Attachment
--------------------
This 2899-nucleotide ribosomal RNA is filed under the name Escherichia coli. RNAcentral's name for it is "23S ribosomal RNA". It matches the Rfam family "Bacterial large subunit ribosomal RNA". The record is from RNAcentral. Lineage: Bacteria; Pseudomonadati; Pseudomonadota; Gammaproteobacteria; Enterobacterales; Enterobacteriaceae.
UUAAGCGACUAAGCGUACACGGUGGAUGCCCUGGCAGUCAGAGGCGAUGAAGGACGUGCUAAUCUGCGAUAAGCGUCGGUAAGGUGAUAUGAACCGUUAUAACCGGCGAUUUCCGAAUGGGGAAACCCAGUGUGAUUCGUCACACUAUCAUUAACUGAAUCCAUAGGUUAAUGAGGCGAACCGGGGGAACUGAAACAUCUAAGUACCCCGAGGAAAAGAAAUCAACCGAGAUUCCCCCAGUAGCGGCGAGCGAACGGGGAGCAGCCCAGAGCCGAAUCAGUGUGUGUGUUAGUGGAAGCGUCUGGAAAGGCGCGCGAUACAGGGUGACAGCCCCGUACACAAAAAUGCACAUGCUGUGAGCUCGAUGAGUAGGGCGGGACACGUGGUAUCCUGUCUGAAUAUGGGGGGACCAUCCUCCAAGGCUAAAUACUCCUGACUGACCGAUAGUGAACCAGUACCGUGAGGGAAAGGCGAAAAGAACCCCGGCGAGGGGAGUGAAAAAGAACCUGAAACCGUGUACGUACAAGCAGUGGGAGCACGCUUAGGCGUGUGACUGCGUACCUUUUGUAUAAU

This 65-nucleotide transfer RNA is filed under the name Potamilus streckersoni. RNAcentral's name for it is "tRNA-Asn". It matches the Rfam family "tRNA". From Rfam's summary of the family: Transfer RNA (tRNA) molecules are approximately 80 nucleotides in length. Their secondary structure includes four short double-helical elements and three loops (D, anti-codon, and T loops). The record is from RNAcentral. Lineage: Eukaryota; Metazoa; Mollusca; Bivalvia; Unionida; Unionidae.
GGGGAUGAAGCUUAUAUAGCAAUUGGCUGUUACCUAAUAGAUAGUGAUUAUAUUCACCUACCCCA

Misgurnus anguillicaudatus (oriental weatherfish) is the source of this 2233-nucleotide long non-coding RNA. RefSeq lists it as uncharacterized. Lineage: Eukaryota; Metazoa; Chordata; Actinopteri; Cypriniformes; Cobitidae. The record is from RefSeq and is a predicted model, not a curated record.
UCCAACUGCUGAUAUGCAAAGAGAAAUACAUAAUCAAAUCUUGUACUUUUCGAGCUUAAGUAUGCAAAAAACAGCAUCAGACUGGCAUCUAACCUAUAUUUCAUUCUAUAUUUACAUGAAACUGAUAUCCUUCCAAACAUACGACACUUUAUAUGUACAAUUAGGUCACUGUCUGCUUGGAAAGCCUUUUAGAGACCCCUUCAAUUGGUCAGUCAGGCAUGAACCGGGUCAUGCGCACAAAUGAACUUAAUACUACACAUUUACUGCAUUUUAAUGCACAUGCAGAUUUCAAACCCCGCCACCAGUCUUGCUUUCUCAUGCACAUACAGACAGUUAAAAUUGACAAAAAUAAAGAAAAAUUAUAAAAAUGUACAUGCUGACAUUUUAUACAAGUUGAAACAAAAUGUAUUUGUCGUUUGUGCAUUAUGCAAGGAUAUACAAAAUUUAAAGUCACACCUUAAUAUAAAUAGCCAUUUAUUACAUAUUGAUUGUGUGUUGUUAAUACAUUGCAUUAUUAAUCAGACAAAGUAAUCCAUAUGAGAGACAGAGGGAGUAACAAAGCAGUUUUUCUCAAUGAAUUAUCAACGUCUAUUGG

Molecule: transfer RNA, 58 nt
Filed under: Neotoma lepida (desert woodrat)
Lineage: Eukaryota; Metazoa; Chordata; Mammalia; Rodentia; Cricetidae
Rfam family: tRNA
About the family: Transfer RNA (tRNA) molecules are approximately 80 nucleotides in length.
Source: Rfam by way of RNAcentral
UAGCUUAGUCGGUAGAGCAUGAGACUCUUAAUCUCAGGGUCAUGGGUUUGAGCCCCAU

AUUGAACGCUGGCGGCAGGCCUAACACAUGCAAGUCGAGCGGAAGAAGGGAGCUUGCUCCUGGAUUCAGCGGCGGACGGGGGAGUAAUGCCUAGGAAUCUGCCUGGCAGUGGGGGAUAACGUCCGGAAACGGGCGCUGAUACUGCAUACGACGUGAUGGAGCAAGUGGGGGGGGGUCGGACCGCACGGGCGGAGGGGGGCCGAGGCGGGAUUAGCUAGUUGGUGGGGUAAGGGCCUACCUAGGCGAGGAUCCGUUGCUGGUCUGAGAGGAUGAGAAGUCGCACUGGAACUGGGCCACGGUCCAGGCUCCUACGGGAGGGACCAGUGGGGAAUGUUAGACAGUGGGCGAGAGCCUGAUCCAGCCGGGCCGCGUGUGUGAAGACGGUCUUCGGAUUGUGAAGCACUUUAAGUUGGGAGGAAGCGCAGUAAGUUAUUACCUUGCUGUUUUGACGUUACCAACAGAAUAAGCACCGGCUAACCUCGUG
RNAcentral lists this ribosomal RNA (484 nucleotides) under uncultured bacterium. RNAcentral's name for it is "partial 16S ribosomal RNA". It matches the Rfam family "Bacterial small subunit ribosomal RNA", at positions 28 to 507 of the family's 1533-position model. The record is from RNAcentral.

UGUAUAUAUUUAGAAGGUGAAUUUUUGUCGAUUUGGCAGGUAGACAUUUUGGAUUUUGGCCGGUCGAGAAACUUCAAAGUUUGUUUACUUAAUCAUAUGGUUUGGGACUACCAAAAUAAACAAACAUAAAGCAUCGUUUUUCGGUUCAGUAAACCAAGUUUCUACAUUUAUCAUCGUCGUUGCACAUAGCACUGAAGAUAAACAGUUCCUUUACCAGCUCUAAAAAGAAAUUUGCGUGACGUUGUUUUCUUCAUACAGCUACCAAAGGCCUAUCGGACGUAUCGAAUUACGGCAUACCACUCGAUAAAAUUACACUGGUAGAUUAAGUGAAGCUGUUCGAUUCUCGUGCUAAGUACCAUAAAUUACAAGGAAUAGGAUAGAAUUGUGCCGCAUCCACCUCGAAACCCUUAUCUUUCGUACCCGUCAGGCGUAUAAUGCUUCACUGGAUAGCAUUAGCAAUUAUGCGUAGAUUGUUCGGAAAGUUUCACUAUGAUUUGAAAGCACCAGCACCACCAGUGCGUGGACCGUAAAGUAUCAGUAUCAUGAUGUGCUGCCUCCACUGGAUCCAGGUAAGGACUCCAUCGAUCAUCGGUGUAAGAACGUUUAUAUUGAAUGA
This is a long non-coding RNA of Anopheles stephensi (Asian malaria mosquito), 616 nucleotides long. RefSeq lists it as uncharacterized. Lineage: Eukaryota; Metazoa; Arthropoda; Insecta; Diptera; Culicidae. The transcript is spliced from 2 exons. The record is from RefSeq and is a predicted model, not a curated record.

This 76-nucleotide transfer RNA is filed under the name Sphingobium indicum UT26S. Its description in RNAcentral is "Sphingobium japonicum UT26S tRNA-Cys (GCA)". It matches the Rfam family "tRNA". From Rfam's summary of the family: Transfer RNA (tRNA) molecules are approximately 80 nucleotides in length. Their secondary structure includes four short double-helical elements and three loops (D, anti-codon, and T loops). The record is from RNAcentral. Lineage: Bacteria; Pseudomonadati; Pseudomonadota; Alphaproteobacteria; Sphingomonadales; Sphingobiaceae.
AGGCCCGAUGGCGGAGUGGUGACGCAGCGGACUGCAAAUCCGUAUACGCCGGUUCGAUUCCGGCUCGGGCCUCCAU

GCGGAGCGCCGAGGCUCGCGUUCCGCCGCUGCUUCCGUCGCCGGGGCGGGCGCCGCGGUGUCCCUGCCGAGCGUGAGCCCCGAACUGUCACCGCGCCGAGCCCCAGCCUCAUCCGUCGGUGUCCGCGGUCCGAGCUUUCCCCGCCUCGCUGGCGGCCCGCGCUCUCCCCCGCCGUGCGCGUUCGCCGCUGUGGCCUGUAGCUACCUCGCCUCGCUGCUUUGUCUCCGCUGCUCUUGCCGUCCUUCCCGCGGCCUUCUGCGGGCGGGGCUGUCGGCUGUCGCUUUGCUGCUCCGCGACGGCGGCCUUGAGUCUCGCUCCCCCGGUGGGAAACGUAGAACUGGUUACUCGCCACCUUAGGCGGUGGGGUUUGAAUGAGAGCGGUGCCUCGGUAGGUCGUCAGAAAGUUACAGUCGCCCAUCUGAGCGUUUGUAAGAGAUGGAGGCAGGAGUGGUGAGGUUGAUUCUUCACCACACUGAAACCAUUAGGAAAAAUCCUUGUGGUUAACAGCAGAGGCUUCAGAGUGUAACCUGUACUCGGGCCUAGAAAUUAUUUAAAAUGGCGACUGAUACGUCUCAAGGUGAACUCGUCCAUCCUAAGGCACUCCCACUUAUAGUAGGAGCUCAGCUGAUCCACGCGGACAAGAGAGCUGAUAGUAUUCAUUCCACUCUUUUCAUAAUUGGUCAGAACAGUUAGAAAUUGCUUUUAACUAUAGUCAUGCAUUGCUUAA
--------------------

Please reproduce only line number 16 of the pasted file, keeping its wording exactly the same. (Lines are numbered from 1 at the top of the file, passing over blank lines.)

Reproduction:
UGUAUAUAUUUAGAAGGUGAAUUUUUGUCGAUUUGGCAGGUAGACAUUUUGGAUUUUGGCCGGUCGAGAAACUUCAAAGUUUGUUUACUUAAUCAUAUGGUUUGGGACUACCAAAAUAAACAAACAUAAAGCAUCGUUUUUCGGUUCAGUAAACCAAGUUUCUACAUUUAUCAUCGUCGUUGCACAUAGCACUGAAGAUAAACAGUUCCUUUACCAGCUCUAAAAAGAAAUUUGCGUGACGUUGUUUUCUUCAUACAGCUACCAAAGGCCUAUCGGACGUAUCGAAUUACGGCAUACCACUCGAUAAAAUUACACUGGUAGAUUAAGUGAAGCUGUUCGAUUCUCGUGCUAAGUACCAUAAAUUACAAGGAAUAGGAUAGAAUUGUGCCGCAUCCACCUCGAAACCCUUAUCUUUCGUACCCGUCAGGCGUAUAAUGCUUCACUGGAUAGCAUUAGCAAUUAUGCGUAGAUUGUUCGGAAAGUUUCACUAUGAUUUGAAAGCACCAGCACCACCAGUGCGUGGACCGUAAAGUAUCAGUAUCAUGAUGUGCUGCCUCCACUGGAUCCAGGUAAGGACUCCAUCGAUCAUCGGUGUAAGAACGUUUAUAUUGAAUGA